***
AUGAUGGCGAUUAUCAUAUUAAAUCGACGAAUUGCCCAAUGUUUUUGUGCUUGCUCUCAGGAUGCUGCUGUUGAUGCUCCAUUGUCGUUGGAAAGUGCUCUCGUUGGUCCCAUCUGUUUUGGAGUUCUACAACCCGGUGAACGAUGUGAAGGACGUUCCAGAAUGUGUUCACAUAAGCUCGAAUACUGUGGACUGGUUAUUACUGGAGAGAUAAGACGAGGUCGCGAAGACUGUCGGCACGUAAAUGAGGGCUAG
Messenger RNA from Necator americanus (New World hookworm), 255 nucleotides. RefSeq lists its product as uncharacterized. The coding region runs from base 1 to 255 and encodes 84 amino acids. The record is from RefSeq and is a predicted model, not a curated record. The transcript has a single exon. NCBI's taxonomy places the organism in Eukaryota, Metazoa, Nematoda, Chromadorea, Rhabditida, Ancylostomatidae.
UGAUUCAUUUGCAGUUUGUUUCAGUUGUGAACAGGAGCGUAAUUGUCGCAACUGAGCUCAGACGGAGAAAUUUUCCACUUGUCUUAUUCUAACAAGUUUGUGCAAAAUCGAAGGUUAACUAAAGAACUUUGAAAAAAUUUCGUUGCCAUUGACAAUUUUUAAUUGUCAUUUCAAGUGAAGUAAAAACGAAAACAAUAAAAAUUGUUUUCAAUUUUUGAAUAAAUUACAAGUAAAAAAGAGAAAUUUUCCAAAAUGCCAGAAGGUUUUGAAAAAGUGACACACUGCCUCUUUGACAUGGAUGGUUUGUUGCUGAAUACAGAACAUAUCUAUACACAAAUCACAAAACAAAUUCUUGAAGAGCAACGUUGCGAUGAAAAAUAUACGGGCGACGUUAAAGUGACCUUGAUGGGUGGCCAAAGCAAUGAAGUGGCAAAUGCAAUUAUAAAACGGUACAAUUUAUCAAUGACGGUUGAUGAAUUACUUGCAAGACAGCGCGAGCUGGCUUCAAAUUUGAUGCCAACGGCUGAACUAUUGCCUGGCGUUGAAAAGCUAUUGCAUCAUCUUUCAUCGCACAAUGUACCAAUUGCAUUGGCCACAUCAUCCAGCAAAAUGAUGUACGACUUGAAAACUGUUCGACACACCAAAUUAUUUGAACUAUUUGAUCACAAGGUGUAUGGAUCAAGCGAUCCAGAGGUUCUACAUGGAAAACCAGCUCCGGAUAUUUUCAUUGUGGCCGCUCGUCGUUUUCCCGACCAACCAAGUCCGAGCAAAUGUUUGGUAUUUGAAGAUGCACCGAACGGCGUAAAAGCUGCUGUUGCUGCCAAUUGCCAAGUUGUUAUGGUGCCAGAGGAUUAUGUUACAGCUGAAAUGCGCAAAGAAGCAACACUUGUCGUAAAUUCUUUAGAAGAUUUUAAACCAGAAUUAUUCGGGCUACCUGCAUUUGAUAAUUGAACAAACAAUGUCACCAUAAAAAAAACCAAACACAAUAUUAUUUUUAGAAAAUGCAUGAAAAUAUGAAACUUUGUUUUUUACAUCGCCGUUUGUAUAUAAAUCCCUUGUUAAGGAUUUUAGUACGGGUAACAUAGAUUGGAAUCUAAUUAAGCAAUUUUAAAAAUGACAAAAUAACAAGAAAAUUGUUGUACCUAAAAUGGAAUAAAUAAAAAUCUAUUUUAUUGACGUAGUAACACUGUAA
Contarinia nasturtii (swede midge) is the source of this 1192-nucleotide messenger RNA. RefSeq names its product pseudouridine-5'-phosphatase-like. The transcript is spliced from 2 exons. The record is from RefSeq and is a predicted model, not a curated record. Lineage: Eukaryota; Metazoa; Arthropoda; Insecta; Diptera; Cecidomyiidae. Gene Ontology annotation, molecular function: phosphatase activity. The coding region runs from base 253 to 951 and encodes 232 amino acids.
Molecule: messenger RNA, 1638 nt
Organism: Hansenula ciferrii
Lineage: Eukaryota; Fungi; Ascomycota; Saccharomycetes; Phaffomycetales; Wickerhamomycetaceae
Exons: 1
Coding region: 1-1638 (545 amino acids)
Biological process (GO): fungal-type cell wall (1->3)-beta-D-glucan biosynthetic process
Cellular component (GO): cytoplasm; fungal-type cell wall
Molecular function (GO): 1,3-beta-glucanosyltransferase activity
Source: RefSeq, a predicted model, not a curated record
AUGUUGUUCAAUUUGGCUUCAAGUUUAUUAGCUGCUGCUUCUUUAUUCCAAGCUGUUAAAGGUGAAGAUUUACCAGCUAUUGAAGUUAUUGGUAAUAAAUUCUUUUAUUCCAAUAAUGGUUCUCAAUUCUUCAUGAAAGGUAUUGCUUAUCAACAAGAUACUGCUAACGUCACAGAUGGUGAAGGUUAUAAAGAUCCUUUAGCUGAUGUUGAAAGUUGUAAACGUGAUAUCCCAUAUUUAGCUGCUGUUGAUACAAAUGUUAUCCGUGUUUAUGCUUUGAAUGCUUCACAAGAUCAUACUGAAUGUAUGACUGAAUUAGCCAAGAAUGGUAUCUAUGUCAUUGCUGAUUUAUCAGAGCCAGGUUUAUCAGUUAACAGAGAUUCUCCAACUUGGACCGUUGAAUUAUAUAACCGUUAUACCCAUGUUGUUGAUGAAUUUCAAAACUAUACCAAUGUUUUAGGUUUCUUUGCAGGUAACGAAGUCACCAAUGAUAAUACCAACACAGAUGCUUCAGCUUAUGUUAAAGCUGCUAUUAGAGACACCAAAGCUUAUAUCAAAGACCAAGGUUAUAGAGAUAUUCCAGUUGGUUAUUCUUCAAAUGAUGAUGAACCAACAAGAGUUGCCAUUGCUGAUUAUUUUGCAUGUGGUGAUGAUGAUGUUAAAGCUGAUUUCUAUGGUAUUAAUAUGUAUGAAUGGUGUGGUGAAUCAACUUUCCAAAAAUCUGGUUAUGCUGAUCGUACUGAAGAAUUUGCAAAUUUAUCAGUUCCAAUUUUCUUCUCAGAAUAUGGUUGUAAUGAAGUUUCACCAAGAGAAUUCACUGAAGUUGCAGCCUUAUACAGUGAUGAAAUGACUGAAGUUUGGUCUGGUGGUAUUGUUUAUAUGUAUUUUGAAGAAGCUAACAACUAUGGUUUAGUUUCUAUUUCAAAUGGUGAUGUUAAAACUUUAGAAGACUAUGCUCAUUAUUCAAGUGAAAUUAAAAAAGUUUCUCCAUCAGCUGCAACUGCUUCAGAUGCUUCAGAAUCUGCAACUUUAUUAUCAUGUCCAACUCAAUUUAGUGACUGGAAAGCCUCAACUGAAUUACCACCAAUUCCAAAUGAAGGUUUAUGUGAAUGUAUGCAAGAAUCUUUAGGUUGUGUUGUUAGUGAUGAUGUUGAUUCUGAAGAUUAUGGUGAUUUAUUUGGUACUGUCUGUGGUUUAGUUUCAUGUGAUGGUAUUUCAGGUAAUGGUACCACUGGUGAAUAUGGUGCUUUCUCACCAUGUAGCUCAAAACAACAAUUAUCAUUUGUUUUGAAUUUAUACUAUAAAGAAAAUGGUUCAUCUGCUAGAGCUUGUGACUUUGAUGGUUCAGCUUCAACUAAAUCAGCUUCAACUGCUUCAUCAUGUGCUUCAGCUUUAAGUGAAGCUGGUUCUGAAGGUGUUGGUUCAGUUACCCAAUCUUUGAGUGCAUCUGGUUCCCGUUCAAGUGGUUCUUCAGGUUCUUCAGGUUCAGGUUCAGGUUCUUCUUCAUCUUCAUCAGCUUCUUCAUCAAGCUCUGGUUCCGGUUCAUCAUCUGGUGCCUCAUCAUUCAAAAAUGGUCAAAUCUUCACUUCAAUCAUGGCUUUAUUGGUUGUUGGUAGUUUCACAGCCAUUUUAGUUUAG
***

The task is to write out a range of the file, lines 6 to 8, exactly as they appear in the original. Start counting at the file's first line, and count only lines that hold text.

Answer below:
Organism: Hansenula ciferrii
Lineage: Eukaryota; Fungi; Ascomycota; Saccharomycetes; Phaffomycetales; Wickerhamomycetaceae
Exons: 1